The role of spatial attention in attentional control over pain: an experimental investigation
Van Ryckeghem, Dimitri M. L × Van Damme, Stefaan Crombez, Geert Eccleston, Christopher Verhoeven, Katrien Legrain, Valery #
Experimental Brain Research vol:208 issue:2 pages:269-275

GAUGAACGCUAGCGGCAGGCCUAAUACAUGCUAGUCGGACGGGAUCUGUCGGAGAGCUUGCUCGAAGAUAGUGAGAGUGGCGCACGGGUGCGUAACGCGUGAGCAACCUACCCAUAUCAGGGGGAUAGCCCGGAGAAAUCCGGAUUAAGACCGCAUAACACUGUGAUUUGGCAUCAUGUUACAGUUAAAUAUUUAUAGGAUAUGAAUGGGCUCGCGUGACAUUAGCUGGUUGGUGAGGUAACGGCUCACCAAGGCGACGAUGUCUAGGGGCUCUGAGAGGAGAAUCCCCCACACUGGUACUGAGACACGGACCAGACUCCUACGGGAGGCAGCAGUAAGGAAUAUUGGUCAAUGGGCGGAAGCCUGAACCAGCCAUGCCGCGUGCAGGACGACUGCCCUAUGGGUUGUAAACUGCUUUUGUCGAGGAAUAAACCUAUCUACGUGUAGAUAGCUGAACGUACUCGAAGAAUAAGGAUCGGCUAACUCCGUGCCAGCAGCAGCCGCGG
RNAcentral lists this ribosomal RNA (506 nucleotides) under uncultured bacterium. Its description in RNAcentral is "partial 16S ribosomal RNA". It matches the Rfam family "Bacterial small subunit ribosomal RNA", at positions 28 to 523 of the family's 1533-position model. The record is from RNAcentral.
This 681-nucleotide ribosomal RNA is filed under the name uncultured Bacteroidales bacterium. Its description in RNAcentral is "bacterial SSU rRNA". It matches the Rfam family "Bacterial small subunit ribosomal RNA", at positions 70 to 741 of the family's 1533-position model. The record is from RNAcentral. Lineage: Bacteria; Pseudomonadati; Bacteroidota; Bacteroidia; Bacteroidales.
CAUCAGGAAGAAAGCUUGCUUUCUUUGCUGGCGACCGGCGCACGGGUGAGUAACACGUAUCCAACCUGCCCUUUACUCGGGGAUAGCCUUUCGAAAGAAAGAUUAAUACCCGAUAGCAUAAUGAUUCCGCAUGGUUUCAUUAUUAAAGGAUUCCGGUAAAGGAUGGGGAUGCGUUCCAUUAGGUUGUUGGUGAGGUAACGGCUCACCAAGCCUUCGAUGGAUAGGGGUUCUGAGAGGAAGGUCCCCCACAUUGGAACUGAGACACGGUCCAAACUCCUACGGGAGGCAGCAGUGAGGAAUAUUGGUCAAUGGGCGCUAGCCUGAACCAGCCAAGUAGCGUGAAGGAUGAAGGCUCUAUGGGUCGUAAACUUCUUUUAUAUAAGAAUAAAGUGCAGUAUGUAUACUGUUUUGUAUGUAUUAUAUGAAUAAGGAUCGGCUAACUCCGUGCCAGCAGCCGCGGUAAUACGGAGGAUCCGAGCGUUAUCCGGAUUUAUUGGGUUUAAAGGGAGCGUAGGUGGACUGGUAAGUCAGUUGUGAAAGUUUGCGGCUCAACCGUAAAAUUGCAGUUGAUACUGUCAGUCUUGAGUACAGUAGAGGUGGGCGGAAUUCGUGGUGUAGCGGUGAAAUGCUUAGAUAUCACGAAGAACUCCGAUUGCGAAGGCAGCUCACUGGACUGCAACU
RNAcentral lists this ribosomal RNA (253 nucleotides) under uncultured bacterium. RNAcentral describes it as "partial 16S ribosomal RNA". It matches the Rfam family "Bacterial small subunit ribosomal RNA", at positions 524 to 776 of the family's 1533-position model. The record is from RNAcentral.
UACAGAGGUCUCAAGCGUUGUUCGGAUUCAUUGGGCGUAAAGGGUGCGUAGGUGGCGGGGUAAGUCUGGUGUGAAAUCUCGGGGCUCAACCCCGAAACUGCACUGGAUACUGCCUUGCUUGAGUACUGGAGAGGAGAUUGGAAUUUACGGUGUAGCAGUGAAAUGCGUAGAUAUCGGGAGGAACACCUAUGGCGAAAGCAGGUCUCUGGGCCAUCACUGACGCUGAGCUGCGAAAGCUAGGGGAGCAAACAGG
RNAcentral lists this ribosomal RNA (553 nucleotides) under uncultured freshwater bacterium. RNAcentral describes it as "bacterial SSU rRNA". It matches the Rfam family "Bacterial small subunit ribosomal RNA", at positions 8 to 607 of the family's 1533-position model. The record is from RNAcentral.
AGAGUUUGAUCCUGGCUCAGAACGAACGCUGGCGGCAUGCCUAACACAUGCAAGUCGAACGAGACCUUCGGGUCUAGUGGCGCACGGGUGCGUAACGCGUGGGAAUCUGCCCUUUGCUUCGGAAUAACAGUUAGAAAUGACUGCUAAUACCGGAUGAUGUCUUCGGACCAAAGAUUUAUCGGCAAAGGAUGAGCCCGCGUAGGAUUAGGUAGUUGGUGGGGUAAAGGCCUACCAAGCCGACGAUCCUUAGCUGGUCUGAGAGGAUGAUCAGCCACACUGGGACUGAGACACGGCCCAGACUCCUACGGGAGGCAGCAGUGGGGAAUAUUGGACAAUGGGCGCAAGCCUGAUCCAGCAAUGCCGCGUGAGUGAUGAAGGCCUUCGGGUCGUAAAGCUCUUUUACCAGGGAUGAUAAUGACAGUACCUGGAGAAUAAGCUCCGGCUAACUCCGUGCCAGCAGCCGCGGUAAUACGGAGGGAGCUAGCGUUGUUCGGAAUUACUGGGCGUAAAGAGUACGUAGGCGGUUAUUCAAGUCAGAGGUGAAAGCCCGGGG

Distraction is a common method of pain control that is often found to be effective. However, it is still largely unexplored which components of distraction are responsible for its effects. This study investigated the role of the spatial location of task-relevant stimuli on the effectiveness of distraction. Two experiments were performed in which the spatial location of visual stimuli during nociceptive input was manipulated. In a first experiment we tested whether the reaction to nociceptive information is slower when visual stimuli are presented at a different spatial location than at the same spatial location. In a second experiment, we examined whether the manipulation of spatial location affects the experience of pain. Overall, results indicated that directing attention away from the pain location results into a slower response to painful stimuli and a reduction of pain. It may be concluded that the analgesic effect of distraction is at least partly the result of the spatial location of the distracting information.